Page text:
If you’re looking to find moments of escape or simply want to absorb the I may not be perfect but Jesus thinks I’m to die for shirt moreover I love this joys of being outside and in the water, taking up surfing might just be the solitary activity to consider. Take it from Ann Kim, founder of New York City–based women’s wetsuit brand La Bamba. After quarantining in Brooklyn for months on end, Kim has found herself near the shores of Southern California to isolate and surf, what Kim calls, “the perfect remedy.” “Water is insanely healing,” she explains. Surfing has helped rid both “unhealthy coping mechanisms” and “emotional build-up,” and not to mention the overwhelming anxieties that come along with living through 2020.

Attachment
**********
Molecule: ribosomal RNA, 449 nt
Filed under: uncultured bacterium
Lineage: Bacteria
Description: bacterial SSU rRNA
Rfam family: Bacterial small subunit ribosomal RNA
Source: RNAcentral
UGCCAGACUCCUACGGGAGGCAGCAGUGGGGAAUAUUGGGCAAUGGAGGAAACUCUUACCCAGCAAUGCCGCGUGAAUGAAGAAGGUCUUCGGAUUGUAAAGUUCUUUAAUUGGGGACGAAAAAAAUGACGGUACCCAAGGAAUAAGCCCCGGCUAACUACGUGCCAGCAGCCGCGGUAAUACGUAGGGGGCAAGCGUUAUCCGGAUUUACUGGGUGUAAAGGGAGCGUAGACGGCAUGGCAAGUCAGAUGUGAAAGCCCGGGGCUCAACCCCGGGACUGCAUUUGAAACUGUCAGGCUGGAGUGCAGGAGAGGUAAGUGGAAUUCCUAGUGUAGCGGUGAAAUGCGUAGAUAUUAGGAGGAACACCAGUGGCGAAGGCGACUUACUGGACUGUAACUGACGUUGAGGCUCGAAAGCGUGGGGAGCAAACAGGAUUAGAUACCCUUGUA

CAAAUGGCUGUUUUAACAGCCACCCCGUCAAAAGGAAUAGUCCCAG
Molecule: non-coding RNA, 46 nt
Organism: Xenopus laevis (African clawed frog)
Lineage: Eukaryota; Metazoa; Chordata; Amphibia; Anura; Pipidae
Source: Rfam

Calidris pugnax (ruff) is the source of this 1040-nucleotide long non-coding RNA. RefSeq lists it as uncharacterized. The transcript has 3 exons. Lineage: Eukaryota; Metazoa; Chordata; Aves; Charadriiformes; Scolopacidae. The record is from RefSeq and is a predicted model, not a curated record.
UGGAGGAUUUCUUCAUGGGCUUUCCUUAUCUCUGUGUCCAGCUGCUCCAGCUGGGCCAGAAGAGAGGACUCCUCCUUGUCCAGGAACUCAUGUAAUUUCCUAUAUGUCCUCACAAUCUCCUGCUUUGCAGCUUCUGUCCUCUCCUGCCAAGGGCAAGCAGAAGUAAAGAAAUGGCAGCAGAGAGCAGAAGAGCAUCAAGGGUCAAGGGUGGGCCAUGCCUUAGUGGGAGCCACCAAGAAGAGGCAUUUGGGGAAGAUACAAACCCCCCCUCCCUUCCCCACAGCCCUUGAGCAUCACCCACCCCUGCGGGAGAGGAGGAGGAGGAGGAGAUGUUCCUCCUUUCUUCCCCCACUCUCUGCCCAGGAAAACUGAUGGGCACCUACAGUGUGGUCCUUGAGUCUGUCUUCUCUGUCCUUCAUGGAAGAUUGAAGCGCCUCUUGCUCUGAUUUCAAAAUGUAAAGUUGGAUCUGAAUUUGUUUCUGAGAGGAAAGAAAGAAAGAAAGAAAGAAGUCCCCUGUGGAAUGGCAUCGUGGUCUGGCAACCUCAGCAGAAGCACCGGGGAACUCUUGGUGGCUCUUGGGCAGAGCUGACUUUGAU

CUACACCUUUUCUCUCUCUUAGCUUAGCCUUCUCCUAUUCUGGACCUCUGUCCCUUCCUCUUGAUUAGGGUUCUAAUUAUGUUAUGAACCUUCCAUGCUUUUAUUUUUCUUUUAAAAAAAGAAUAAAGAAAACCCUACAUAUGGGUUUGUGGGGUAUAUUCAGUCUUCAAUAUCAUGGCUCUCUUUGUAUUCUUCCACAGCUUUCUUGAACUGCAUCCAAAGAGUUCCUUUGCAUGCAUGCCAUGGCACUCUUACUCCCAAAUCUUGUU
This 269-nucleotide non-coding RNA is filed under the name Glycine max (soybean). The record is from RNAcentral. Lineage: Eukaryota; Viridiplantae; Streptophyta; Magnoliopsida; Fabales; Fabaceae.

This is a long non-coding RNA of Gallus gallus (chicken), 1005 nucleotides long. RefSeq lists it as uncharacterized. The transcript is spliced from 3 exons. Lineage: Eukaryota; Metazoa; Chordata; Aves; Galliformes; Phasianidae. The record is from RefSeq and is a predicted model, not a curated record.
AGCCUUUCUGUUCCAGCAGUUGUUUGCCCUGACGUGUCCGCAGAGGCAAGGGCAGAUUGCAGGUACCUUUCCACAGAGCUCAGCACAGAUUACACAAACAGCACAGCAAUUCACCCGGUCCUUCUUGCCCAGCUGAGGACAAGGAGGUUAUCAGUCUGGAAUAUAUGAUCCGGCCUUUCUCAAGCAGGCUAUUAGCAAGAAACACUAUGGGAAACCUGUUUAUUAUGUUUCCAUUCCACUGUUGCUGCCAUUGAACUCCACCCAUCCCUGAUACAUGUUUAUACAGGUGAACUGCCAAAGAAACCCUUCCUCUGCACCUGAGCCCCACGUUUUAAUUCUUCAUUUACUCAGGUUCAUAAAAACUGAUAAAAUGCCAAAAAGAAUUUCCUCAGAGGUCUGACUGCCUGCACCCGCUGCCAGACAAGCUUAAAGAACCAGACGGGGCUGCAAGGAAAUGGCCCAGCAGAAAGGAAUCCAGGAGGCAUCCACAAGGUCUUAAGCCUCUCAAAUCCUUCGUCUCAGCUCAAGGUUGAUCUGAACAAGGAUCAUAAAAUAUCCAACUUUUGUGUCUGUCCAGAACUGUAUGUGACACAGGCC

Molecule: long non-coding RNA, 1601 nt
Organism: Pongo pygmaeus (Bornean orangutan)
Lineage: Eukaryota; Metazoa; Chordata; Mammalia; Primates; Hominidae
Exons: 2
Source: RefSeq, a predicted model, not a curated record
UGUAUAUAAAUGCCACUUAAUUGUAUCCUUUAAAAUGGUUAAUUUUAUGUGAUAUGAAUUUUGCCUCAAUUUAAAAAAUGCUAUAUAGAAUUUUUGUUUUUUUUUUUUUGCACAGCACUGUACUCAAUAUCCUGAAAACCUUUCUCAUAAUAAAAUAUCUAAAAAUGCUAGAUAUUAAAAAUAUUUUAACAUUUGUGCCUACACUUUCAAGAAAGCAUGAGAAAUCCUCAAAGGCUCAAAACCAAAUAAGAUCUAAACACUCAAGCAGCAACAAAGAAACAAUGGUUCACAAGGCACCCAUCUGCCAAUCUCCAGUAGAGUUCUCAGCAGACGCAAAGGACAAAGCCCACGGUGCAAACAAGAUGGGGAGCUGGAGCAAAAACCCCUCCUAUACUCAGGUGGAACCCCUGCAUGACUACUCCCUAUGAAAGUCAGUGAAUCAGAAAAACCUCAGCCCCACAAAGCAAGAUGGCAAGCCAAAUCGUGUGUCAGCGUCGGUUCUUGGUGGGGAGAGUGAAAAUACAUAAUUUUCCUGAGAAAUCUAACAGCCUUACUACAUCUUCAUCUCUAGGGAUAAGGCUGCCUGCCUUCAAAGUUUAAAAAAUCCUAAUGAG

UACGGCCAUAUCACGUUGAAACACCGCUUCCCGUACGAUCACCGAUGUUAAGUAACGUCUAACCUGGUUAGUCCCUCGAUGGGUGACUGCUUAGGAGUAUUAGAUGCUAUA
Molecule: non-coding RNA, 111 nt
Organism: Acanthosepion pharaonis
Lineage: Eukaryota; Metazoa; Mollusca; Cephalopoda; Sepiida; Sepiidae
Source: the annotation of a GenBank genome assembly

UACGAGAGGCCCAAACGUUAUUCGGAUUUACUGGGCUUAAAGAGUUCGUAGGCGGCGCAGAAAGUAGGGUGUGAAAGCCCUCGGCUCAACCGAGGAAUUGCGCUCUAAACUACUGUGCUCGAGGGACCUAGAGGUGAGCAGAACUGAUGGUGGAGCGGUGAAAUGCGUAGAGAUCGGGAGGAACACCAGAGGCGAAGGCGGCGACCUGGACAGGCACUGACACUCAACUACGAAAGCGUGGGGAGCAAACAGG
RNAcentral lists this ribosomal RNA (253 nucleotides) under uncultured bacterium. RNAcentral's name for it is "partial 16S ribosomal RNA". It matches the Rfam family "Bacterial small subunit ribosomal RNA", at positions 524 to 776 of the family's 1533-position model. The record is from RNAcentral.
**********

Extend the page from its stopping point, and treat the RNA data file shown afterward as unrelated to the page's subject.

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Danielle Black Lyons, cofounder of women’s surf collective Textured Waves, whose mission is to advocate for inclusion and diversity by way of camaraderie in the I may not be perfect but Jesus thinks I’m to die for shirt moreover I love this water, agrees. “Surfing during quarantine has been essential for my mental health,” she tells me over email, from a coastal town north of San Diego. “I’m a mom, a wife, I work remotely, and paddling out each morning has been the glue that holds me together throughout the day. The ritual of wave riding allows me to connect with nature, mediate, play, and feel true freedom from the stresses of the world.”